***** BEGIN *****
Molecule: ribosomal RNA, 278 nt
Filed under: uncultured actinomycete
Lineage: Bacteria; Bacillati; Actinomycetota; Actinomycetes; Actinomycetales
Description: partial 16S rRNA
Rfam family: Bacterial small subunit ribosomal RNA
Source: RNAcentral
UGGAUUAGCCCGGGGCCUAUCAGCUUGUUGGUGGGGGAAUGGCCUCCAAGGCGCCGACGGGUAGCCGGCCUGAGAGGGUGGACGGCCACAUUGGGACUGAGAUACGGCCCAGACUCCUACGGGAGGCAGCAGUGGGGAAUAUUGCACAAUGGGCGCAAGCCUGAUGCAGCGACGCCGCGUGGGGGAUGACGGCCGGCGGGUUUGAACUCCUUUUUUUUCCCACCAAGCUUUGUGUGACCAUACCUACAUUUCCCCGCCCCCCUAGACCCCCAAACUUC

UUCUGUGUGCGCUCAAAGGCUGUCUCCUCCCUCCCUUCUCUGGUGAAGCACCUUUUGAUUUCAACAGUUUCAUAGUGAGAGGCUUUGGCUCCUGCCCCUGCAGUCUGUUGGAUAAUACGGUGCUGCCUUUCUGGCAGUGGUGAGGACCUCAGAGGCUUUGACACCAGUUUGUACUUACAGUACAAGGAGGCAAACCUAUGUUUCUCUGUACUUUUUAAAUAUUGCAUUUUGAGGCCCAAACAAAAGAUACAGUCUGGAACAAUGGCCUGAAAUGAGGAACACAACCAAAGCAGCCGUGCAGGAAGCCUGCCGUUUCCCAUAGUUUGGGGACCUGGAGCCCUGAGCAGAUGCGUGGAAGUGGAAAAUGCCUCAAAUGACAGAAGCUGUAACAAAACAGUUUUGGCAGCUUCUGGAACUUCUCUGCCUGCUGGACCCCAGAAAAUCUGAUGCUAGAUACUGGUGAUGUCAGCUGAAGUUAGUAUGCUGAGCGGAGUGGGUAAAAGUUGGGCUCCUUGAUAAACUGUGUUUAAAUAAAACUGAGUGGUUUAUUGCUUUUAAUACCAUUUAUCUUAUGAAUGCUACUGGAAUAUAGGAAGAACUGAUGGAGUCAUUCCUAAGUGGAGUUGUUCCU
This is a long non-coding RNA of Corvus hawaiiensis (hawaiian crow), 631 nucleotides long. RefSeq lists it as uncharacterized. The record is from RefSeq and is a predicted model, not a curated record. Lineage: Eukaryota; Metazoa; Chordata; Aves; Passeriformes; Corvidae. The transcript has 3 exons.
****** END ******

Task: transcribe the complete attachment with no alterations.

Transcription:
Molecule: ribosomal RNA, 278 nt
Filed under: uncultured actinomycete
Lineage: Bacteria; Bacillati; Actinomycetota; Actinomycetes; Actinomycetales
Description: partial 16S rRNA
Rfam family: Bacterial small subunit ribosomal RNA
Source: RNAcentral
UGGAUUAGCCCGGGGCCUAUCAGCUUGUUGGUGGGGGAAUGGCCUCCAAGGCGCCGACGGGUAGCCGGCCUGAGAGGGUGGACGGCCACAUUGGGACUGAGAUACGGCCCAGACUCCUACGGGAGGCAGCAGUGGGGAAUAUUGCACAAUGGGCGCAAGCCUGAUGCAGCGACGCCGCGUGGGGGAUGACGGCCGGCGGGUUUGAACUCCUUUUUUUUCCCACCAAGCUUUGUGUGACCAUACCUACAUUUCCCCGCCCCCCUAGACCCCCAAACUUC

UUCUGUGUGCGCUCAAAGGCUGUCUCCUCCCUCCCUUCUCUGGUGAAGCACCUUUUGAUUUCAACAGUUUCAUAGUGAGAGGCUUUGGCUCCUGCCCCUGCAGUCUGUUGGAUAAUACGGUGCUGCCUUUCUGGCAGUGGUGAGGACCUCAGAGGCUUUGACACCAGUUUGUACUUACAGUACAAGGAGGCAAACCUAUGUUUCUCUGUACUUUUUAAAUAUUGCAUUUUGAGGCCCAAACAAAAGAUACAGUCUGGAACAAUGGCCUGAAAUGAGGAACACAACCAAAGCAGCCGUGCAGGAAGCCUGCCGUUUCCCAUAGUUUGGGGACCUGGAGCCCUGAGCAGAUGCGUGGAAGUGGAAAAUGCCUCAAAUGACAGAAGCUGUAACAAAACAGUUUUGGCAGCUUCUGGAACUUCUCUGCCUGCUGGACCCCAGAAAAUCUGAUGCUAGAUACUGGUGAUGUCAGCUGAAGUUAGUAUGCUGAGCGGAGUGGGUAAAAGUUGGGCUCCUUGAUAAACUGUGUUUAAAUAAAACUGAGUGGUUUAUUGCUUUUAAUACCAUUUAUCUUAUGAAUGCUACUGGAAUAUAGGAAGAACUGAUGGAGUCAUUCCUAAGUGGAGUUGUUCCU
This is a long non-coding RNA of Corvus hawaiiensis (hawaiian crow), 631 nucleotides long. RefSeq lists it as uncharacterized. The record is from RefSeq and is a predicted model, not a curated record. Lineage: Eukaryota; Metazoa; Chordata; Aves; Passeriformes; Corvidae. The transcript has 3 exons.